No holistic IT portfolio view across the IT PMO and the Enterprise Architecture and Service Portfolio functional components

          Inconsistent Service and IT Portfolio Management processes

          Poor tracking and correlation of service lifecycle across conceptual, logical, and physical domains

The S2P Value Stream provides a blueprint for optimizing service and investment IT Portfolio Management. The end-to-end IT portfolio view provided by the S2P Value Stream raises the visibility of key data objects often overlooked during IT portfolio planning activities. Defining key data objects and relationships between data objects is easier with a proper framework.

5.2                    Business Value Proposition

The S2P Value Stream enables IT organizations with the proper framework for interconnecting different functions supporting IT Portfolio Management. Functions such as the Portfolio Demand, Enterprise Architecture, Service Portfolio, and Proposal functional components need data consistency and proper data object hand-offs in order to optimize the organization’s IT Portfolio Management.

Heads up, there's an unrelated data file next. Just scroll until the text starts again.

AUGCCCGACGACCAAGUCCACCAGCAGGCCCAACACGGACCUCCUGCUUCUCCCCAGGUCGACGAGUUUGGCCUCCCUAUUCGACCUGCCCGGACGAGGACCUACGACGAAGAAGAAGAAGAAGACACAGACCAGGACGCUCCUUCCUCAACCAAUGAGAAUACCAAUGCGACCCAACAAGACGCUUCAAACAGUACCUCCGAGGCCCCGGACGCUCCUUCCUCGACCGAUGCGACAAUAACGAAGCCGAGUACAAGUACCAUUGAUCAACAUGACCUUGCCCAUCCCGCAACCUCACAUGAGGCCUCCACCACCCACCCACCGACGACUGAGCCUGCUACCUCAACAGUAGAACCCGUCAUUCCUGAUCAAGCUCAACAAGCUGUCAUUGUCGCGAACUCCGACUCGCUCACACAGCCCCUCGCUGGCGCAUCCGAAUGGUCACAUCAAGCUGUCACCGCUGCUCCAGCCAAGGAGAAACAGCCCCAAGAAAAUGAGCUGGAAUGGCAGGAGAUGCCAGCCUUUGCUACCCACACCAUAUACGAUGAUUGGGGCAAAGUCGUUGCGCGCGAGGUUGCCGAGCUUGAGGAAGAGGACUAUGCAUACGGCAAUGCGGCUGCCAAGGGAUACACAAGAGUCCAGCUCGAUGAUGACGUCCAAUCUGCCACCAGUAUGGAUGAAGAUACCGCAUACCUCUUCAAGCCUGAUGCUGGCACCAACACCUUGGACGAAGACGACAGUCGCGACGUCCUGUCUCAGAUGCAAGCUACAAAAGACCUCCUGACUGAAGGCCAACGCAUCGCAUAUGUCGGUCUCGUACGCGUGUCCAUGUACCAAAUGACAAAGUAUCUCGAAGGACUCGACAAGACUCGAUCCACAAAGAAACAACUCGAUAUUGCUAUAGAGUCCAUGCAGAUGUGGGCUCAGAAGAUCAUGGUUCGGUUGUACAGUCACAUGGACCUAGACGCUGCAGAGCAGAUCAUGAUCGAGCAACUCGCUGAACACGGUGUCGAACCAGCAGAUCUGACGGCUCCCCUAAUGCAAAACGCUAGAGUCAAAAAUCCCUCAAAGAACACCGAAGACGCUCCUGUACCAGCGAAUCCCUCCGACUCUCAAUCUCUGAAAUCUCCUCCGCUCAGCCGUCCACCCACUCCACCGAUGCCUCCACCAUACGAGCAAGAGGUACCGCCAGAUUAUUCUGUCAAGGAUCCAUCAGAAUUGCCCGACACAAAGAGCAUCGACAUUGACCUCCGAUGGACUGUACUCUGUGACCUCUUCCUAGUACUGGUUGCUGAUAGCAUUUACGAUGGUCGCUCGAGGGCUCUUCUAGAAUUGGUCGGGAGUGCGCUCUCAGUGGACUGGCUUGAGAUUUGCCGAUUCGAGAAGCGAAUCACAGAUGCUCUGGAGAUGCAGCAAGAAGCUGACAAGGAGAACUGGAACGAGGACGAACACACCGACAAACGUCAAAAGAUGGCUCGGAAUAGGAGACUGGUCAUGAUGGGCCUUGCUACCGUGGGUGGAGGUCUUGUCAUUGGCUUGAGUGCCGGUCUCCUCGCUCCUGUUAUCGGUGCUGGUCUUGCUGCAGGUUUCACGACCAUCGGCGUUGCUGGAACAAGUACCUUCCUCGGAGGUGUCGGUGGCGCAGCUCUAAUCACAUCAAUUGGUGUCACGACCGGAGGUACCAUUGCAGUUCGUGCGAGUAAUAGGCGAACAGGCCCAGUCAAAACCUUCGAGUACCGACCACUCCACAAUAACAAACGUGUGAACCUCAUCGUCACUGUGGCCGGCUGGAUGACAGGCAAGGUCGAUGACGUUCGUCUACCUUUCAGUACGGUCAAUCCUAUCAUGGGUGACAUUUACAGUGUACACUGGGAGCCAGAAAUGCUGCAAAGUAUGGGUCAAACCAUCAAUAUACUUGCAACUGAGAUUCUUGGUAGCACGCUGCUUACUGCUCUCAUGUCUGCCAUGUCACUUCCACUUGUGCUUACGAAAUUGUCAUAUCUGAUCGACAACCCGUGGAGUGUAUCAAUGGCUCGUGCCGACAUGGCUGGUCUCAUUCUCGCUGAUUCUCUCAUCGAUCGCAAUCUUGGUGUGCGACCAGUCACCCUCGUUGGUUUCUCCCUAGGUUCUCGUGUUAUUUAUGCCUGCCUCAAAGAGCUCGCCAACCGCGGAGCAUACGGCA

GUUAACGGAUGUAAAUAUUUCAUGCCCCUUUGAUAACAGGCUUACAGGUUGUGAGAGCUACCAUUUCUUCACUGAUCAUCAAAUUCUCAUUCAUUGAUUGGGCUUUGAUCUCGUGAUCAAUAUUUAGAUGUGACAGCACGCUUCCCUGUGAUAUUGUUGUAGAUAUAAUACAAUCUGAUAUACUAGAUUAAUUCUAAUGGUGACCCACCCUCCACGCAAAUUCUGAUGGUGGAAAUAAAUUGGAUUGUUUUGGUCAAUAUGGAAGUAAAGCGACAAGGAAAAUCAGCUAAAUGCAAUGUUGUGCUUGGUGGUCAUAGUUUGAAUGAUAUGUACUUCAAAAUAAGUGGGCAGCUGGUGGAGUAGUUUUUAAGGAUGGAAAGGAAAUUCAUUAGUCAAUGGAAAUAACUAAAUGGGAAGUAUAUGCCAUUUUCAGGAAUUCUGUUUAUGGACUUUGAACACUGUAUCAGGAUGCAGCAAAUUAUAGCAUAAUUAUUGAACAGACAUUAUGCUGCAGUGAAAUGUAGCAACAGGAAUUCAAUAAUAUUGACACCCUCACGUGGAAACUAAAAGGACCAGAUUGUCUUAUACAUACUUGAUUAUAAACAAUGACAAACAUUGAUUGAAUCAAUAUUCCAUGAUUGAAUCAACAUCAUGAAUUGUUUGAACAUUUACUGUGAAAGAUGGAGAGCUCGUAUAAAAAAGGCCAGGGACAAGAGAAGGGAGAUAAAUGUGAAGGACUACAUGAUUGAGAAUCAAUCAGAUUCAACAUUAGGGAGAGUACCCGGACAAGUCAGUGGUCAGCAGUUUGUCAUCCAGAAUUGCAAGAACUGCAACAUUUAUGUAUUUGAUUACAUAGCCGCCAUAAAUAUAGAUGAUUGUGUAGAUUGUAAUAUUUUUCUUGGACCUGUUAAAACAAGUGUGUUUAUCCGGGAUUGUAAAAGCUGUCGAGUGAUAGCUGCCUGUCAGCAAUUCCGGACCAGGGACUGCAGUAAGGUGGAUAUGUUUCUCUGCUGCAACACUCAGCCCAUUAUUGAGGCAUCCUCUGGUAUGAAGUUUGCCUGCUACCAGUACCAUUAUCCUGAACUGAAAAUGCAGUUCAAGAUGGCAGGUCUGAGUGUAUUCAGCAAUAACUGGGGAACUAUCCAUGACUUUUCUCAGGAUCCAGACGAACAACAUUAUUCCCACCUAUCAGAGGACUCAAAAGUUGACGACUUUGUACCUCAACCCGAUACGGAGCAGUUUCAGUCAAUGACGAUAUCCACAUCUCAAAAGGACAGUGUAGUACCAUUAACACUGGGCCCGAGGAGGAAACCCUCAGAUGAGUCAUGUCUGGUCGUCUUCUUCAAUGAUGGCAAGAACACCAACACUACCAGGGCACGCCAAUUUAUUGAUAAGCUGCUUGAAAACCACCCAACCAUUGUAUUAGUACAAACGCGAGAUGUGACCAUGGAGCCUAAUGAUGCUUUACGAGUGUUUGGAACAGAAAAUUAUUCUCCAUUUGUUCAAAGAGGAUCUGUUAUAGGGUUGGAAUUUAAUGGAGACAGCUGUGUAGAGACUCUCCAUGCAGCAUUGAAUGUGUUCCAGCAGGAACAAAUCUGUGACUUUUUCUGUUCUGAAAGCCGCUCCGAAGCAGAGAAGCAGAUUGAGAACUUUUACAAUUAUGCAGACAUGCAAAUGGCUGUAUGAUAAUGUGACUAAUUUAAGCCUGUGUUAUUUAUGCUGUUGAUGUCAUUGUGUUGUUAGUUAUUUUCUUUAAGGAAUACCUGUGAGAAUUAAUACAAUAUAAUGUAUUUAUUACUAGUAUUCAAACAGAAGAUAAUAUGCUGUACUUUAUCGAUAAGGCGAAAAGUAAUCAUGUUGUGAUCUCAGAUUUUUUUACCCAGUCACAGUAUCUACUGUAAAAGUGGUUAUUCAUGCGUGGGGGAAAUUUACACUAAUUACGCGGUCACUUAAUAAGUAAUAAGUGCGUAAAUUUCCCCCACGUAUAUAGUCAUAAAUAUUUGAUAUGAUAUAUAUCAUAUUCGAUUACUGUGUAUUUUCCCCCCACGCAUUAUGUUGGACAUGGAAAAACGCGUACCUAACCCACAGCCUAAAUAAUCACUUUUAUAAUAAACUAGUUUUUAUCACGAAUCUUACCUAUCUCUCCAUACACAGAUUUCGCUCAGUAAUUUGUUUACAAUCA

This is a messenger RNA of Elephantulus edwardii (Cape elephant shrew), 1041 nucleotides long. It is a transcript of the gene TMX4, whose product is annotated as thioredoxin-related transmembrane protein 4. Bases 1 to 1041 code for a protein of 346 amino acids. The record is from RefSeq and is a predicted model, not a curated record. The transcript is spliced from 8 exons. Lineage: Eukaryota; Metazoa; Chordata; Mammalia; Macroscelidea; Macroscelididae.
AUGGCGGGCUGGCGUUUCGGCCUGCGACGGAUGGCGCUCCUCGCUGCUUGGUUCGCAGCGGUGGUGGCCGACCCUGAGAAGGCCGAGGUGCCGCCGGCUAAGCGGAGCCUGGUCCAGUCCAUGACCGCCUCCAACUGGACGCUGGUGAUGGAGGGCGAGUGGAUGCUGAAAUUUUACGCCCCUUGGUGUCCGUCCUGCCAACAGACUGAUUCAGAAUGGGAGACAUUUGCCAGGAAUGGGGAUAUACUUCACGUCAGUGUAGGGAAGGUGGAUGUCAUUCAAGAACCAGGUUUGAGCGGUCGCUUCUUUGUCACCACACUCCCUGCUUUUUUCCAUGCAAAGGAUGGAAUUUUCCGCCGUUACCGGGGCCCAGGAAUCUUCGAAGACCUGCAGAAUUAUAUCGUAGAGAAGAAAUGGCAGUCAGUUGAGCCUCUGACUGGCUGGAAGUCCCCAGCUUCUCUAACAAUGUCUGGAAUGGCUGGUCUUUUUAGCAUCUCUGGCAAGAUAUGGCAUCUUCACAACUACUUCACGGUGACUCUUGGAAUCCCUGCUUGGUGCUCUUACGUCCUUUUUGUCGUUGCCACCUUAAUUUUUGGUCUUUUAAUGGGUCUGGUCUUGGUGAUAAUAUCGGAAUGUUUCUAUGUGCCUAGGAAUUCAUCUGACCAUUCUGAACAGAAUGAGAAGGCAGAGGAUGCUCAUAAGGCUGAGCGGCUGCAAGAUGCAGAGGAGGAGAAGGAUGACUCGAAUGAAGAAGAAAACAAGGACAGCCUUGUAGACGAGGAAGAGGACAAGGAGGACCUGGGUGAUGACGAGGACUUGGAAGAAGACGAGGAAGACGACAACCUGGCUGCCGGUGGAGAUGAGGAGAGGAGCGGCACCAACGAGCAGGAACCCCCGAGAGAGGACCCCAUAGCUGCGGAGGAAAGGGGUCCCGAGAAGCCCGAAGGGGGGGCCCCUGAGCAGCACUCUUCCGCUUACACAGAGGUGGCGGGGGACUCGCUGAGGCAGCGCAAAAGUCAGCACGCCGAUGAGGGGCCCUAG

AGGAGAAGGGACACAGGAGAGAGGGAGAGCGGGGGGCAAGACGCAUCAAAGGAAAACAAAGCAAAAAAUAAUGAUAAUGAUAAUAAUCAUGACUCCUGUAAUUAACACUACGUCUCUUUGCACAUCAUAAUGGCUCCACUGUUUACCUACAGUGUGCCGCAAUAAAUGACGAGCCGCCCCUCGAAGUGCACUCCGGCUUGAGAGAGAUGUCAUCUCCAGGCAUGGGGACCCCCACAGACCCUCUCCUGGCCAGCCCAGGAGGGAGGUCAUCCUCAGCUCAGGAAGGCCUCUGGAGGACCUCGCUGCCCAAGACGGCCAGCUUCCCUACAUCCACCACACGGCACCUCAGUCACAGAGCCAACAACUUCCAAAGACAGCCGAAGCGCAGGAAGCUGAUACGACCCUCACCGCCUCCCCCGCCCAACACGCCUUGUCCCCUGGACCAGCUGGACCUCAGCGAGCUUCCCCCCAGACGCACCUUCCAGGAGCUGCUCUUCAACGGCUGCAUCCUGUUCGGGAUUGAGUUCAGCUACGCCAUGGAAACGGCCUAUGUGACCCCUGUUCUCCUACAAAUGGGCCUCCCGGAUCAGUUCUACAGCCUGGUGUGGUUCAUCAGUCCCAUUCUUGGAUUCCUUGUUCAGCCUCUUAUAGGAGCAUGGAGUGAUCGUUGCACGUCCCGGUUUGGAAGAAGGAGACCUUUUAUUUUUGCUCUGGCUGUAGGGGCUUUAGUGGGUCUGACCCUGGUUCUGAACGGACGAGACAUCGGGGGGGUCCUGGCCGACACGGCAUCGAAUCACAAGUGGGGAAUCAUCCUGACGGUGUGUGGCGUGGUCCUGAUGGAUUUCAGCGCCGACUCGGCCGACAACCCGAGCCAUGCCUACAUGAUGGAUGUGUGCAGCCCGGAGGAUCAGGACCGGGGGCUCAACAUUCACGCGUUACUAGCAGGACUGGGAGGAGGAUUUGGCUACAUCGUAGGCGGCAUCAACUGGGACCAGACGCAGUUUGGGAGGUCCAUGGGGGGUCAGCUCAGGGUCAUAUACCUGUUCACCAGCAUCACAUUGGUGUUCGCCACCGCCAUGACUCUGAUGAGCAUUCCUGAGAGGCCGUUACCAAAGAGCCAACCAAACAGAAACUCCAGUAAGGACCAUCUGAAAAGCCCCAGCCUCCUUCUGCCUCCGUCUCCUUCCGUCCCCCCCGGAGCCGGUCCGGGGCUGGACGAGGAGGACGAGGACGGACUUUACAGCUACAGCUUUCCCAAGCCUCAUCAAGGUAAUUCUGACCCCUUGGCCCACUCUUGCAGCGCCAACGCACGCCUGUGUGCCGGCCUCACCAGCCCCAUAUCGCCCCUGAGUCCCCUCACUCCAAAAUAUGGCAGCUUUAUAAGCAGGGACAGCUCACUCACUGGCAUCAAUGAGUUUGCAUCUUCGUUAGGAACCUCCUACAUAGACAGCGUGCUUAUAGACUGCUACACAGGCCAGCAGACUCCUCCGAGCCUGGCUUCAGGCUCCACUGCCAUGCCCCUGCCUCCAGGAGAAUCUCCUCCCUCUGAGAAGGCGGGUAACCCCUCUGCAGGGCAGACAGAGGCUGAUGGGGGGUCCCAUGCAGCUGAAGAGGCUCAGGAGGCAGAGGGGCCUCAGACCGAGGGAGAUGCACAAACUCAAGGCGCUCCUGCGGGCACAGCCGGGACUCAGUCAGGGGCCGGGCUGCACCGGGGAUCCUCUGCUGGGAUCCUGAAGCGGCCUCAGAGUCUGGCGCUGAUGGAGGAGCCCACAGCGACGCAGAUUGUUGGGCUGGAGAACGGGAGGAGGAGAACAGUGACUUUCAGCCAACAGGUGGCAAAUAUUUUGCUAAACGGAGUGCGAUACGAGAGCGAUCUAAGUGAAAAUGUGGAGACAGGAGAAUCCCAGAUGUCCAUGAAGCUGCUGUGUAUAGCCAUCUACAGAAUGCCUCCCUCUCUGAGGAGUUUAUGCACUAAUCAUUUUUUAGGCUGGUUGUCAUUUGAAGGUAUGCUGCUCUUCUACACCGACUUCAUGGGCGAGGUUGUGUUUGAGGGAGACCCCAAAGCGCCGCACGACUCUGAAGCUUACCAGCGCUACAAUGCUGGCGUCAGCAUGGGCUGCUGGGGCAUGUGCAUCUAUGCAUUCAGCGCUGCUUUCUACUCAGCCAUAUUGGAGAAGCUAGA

The key value propositions for adopting the S2P Value Stream are:

          Holistic IT portfolio view across the IT PMO and the Enterprise Architecture and Service Portfolio functional components

          IT portfolio decisions based on business priorities

          Accurate visibility of business and IT demand

          IT portfolio data consistency

          Service lifecycle tracking through conceptual, logical, and physical domains

          Prioritized IT investment based on all IT portfolio facets including cost/value analysis, impacts on architecture, service roadmap, business priorities, etc.

          Re-balance IT investments between strategic and operational demand

          Solid communication with business stakeholders through roadmaps